A long-time area of focus for regulators, assessing the impact of plant protection products (PPPs) on pollinators has lately become a hot topic for the general public. In the past, acute and oral contact pollinator testing of agrochemical products (other than insecticides) was often only conducted with the honeybee (Apis mellifera). Adding to the honeybee methods adopted by the OECD in 1998, regulators in 2017 introduced equivalent acute testing methods for bumblebees (Bombus spp) to address the important issue of identifying chemicals that may adversely affect pollinators other than the honeybee.
Used by the global agricultural industry in the greenhouse setting, bumblebees offer a greater flexibility for meeting regulatory requirements for pollinator testing. Unlike honeybee testing which must be conducted in outdoor hives and thus has seasonal limitations, bumblebees may be tested year-round. In a drive to support global regulatory requirements and expand coverage for pollinator assessments, our Veszprém facility has added bumblebee testing for both contact and oral exposure (OECD 246 and 247). Commonly these tests are combined into a single GLP study, involving approximately 600 bumblebees from at least three different bumblebee colonies for each study.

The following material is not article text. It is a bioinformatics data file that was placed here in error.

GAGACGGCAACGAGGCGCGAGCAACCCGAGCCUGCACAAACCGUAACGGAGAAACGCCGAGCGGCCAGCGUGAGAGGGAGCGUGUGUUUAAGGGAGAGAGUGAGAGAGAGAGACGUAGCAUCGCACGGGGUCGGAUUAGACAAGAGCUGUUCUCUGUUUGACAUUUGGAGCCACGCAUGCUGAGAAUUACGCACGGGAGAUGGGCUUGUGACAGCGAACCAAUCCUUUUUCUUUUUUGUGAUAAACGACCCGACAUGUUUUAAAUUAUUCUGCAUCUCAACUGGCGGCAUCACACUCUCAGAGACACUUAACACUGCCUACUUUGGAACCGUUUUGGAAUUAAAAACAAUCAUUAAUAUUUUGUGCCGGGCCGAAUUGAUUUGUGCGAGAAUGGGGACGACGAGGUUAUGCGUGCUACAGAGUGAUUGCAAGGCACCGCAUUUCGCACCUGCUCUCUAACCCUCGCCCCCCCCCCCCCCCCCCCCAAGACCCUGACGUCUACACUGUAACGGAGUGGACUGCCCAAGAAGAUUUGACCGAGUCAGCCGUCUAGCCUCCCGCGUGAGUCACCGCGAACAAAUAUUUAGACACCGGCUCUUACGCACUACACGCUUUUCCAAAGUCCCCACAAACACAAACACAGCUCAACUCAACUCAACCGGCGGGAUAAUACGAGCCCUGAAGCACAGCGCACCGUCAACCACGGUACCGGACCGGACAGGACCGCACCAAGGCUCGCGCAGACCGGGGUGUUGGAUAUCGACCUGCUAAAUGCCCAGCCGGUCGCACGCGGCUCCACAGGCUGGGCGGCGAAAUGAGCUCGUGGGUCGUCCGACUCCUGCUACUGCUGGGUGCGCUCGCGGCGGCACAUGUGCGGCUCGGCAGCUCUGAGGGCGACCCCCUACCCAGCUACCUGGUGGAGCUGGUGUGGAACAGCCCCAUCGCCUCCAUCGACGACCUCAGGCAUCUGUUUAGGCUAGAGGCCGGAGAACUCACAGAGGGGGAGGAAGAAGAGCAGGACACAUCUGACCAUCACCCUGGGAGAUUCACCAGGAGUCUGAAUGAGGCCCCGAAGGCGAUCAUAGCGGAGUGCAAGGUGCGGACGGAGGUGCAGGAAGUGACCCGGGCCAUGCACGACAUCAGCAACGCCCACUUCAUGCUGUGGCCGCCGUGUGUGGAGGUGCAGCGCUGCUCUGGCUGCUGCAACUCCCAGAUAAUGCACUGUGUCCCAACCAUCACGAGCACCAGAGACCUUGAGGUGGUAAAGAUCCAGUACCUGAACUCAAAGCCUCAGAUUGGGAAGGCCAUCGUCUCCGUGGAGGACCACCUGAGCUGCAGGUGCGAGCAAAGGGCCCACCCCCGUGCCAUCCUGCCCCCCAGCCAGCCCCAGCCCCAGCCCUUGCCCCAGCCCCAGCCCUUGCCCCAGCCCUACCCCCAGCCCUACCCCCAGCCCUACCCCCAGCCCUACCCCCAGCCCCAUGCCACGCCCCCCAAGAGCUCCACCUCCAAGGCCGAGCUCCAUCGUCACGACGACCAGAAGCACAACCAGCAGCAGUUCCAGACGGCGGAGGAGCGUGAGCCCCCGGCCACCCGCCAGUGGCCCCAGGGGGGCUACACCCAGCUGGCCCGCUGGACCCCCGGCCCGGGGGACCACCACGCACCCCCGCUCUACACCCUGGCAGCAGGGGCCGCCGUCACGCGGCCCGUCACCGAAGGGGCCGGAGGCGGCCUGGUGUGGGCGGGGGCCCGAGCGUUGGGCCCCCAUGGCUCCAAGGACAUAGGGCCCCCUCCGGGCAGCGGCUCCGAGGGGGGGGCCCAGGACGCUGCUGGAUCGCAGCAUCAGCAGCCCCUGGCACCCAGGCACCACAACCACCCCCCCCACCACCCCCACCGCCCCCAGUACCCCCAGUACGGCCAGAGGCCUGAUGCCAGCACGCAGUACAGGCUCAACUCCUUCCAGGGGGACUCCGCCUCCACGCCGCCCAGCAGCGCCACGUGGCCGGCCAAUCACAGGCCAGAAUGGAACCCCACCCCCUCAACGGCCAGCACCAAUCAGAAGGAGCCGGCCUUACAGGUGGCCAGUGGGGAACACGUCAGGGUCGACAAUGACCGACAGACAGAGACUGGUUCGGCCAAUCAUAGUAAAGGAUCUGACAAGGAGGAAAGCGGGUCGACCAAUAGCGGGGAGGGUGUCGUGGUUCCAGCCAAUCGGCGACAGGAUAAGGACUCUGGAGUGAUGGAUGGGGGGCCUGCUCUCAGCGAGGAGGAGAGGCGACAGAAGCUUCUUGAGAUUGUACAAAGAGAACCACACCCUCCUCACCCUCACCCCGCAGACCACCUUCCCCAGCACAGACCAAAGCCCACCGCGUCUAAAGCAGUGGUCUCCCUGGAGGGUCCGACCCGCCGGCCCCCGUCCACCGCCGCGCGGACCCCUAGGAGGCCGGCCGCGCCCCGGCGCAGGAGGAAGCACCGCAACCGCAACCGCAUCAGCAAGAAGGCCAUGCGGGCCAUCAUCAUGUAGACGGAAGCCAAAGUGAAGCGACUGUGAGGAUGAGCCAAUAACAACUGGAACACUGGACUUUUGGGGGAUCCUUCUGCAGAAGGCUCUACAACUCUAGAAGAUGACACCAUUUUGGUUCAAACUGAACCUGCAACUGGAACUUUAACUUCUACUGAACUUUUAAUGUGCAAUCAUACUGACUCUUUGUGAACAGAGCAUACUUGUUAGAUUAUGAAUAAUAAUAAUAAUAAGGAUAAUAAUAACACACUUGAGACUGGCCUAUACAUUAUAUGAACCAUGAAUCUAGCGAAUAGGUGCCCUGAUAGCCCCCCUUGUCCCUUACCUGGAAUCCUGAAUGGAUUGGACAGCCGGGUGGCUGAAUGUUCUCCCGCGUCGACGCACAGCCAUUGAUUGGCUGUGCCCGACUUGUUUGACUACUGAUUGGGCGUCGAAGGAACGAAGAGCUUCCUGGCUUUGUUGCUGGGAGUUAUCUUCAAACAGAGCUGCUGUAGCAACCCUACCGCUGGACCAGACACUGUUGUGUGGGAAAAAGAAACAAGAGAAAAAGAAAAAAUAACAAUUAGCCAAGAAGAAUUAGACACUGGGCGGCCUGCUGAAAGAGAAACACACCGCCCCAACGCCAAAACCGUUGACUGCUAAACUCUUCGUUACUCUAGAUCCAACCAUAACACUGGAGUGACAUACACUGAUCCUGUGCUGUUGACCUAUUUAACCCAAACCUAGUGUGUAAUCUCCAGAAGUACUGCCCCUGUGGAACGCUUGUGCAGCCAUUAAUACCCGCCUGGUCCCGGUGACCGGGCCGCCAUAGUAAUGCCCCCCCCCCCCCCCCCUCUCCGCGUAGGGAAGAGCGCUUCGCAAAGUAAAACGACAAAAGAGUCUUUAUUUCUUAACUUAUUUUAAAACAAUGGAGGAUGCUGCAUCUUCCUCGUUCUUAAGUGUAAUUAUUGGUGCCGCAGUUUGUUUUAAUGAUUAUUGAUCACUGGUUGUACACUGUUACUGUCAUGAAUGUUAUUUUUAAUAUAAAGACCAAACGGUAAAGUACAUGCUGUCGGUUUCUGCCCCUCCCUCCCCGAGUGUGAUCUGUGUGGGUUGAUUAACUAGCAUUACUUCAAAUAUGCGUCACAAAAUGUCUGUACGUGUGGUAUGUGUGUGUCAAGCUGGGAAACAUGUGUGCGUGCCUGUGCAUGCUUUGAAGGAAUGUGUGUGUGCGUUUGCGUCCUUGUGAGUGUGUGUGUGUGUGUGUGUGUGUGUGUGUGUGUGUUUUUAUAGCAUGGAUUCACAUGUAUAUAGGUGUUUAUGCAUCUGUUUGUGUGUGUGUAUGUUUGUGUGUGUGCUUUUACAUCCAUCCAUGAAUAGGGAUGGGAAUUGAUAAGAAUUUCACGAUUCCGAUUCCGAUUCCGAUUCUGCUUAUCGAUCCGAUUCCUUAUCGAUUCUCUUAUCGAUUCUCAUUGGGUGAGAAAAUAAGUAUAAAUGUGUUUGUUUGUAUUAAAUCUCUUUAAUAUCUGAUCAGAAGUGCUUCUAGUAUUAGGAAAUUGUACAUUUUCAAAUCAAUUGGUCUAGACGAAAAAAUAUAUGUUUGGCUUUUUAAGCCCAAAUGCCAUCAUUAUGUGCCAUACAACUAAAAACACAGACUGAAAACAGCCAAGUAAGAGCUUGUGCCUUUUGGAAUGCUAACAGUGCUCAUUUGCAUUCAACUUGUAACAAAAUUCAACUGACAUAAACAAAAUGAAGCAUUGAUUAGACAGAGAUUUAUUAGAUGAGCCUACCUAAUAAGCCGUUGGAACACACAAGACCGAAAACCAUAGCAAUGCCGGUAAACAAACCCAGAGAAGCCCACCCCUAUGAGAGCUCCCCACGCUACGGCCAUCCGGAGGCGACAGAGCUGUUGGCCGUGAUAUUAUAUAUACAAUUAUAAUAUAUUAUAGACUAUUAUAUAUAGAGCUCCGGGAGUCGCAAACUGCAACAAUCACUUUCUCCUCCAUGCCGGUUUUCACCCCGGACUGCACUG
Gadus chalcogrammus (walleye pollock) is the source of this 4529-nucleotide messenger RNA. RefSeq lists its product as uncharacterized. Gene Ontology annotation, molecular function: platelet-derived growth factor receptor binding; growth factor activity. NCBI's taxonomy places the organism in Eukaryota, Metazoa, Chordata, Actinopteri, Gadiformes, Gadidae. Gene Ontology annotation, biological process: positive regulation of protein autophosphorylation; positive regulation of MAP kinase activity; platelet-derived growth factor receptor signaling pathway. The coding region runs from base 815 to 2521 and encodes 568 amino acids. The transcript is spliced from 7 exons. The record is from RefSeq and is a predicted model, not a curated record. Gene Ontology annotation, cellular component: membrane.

Meeting Your Requirements
The acute bumblebee testing is considered by regulatory authorities such as EFSA and the USA EPA to be fully acceptable for the identification of an intrinsic toxicity for test items, as a key lower tier test which will be used in an overall assessment on pollinator effects. Chemicals which raise a concern for pollinator toxicity will commonly require further higher tier testing in other species and/or in field or semi-field studies.
Typically, the registration or re-registration of a plant protection product in the EU, USA or most major countries will require a detailed assessment of pollinator toxicity; honeybee and bumblebee acute contact and oral toxicity assessments are the foundation tests for any such program. Since regulatory agencies are particularly vigilant regarding pollinator toxicity, we advise performing these tests early in the development phase for any new product coming to market, since the higher tier studies, if required, can be very lengthy projects. Have questions? Our team of expert ecotoxicologists can help you design an appropriate program to prepare for PPP registration.